The Shortest Distance between Two Points is A Piece of Fiction

Saturday, January 9, 2010

I came across this article yesterday and I thought it was a good read: The Secret of a Separate Peace

If you don't know, this John Knowles book is a staple of high-school freshman English classes in Texas and in the rest of the United States.

"A Separate Peace" affected me profoundly as a teenager probably because I finished it.  Were you to stumble across my copy in a used bookstore today (it has long since been lost to the sands of time), you'd discover underlined lines of dialogue and description, notes scribbled in the margins.  This was unusual.  When it came to class-assigned texts, reading all the way to the last page--and certainly being engaged enough to comment--was rare for me. 

At the time, my public school upbringing felt pedestrian and ordinary, a world away from the uppercrust, entitled student lives depicted in the novel.  To my teenage sensibility, school days lacked even a hint of glamour. By contrast, Gene and Finny appeared put together, bigger than life.  The story provided me an escape I think, and thus got to me somehow. 

The "separate peace" of the title refers to the military service the main characters face following graduation.  Sitting in Baghdad as I am now, the idea of war looks different to me (Not that I am really "at war."  For the record, I make Powerpoint slides for Generals.  Not exactly Battle of the Bulge, action hero kinda stuff).  When I consider my current occupation and look back toward days spent in literature classes and drama workshops, a certain nostalgia floods in.  I wonder if I had it better than I thought.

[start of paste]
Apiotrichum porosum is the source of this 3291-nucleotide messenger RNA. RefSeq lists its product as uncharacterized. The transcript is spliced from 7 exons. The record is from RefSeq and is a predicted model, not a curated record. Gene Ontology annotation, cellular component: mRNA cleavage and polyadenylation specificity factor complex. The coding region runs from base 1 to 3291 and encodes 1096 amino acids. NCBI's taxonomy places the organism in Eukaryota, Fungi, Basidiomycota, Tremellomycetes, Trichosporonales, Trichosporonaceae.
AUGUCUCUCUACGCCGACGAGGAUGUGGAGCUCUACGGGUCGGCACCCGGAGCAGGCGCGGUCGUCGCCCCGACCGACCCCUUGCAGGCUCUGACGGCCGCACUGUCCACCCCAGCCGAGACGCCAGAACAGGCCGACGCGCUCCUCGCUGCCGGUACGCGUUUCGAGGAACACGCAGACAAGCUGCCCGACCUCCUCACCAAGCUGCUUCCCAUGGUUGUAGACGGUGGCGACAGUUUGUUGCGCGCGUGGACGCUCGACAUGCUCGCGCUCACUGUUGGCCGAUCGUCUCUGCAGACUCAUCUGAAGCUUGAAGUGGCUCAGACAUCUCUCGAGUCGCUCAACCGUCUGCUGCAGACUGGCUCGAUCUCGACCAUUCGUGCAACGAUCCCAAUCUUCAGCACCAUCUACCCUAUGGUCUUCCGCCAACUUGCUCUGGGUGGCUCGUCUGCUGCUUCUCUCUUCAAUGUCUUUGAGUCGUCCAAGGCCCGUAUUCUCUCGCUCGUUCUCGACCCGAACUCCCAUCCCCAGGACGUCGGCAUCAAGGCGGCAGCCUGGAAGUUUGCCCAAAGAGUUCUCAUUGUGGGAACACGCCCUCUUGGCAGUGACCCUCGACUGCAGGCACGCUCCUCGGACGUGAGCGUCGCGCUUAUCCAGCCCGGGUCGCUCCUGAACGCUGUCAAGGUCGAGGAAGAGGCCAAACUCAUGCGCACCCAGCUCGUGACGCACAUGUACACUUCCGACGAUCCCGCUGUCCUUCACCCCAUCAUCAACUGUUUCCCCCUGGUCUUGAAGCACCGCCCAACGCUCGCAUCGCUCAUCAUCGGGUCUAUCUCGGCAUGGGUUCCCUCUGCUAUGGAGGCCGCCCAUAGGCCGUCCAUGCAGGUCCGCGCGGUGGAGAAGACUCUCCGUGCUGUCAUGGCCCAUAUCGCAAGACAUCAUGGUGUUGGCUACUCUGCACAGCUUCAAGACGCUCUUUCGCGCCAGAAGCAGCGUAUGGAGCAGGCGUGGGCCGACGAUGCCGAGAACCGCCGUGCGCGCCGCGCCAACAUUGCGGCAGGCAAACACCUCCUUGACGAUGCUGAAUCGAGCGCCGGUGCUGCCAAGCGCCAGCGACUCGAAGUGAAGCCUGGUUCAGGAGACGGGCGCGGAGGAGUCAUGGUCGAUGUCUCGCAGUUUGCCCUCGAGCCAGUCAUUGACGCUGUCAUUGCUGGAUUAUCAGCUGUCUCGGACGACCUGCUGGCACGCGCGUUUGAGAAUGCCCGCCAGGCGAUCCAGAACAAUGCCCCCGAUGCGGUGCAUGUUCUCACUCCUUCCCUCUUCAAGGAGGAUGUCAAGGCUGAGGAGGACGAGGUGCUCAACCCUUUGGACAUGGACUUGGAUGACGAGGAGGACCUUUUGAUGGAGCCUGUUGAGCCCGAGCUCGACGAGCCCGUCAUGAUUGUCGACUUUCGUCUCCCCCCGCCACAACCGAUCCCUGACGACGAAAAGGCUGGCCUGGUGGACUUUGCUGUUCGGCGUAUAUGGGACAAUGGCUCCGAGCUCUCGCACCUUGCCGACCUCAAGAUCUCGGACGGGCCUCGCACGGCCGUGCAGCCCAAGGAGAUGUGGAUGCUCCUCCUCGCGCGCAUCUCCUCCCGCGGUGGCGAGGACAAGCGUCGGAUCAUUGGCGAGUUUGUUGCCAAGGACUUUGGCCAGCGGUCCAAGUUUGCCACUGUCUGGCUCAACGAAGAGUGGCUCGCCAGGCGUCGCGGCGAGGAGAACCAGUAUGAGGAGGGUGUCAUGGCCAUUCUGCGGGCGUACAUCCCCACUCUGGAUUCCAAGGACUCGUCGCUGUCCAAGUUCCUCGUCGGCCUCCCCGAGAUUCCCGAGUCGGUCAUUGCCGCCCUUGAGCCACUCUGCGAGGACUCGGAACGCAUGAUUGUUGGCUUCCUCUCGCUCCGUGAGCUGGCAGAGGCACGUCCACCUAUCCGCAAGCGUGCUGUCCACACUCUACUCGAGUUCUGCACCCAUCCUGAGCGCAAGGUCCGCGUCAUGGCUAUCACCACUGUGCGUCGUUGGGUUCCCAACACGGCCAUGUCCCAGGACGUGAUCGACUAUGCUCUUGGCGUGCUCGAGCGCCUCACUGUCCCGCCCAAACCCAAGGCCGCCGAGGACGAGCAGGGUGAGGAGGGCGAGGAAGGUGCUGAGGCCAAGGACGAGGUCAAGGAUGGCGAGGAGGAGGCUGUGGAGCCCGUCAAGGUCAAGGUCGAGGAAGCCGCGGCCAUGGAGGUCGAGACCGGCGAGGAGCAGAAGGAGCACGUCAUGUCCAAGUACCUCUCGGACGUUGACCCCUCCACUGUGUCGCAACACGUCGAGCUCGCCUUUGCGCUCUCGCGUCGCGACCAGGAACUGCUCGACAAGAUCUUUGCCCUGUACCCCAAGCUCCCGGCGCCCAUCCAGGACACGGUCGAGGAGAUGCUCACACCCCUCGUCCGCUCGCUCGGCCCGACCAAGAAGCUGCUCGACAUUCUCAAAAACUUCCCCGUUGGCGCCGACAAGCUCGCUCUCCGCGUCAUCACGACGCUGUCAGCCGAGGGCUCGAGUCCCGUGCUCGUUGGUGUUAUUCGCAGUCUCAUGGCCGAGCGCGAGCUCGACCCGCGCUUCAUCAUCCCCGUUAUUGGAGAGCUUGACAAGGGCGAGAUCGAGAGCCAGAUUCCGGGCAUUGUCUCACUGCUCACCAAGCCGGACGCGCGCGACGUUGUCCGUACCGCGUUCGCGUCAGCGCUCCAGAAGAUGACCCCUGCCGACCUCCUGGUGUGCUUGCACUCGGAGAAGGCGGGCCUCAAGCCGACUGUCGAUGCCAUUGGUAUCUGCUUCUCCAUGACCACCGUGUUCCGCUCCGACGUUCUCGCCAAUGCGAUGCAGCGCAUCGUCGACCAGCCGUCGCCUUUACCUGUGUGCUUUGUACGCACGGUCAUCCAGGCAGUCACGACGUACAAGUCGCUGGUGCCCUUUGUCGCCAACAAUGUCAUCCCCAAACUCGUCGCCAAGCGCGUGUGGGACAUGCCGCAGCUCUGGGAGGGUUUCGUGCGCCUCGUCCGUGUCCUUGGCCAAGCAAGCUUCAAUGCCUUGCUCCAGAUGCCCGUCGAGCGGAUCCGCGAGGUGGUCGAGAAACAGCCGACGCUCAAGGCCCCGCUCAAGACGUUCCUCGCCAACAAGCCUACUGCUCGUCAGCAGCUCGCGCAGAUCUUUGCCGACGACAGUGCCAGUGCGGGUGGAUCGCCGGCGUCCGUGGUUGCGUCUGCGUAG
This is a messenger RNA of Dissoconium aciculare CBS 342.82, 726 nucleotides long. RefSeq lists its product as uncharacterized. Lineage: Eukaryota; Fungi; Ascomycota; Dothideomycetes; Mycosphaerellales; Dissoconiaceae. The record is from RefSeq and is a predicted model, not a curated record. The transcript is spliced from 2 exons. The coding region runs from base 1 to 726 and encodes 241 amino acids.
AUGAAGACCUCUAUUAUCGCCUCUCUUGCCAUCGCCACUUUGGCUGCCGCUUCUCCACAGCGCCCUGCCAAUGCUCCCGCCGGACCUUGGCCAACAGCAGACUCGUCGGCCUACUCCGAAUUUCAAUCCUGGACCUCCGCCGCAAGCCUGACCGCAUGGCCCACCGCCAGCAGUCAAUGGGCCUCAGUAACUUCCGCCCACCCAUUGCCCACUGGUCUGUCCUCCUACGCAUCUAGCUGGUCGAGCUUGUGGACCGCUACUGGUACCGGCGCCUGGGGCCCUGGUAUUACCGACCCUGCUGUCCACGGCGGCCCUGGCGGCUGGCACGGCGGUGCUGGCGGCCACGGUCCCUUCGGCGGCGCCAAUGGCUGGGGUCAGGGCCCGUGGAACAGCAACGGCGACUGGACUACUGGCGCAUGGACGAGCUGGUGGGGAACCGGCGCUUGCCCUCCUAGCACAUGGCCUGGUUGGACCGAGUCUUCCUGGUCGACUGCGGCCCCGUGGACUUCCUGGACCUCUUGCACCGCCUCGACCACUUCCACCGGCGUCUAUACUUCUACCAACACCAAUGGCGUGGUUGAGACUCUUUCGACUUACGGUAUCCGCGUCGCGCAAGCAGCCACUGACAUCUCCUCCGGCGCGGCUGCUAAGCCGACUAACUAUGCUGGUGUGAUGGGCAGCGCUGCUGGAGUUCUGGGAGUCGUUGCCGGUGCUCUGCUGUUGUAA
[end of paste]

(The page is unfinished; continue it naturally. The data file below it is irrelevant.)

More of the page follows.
I don't necessarily agree with Metcalf's comments on the homosexual undertones in the text.  The relationship between Gene and Finny, as I recall, revolved around an intense sibling-like rivalry, and the inexplicable but all too understandable guilt and disastrous consequences associated with that competitiveness--not the brand of affection Metcalf describes.  Time may have colored my appraisal on this point, or I may never have understood the text in the first place, but that is how I see it.  Nonetheless, having not read the book in twenty years and likely making these comments out of ignorance, I think it advisable to investigate further.

So yesterday, quick as lightning, I flashed over to Amazon and ordered a used copy of "A Separate Peace", plus a copy of Harper Lee's "To Kill A Mockingbird" (long on my TBR list) for good measure.  No doubt, they are winging their way around the globe as we speak.  A report, in greater detail, will follow.

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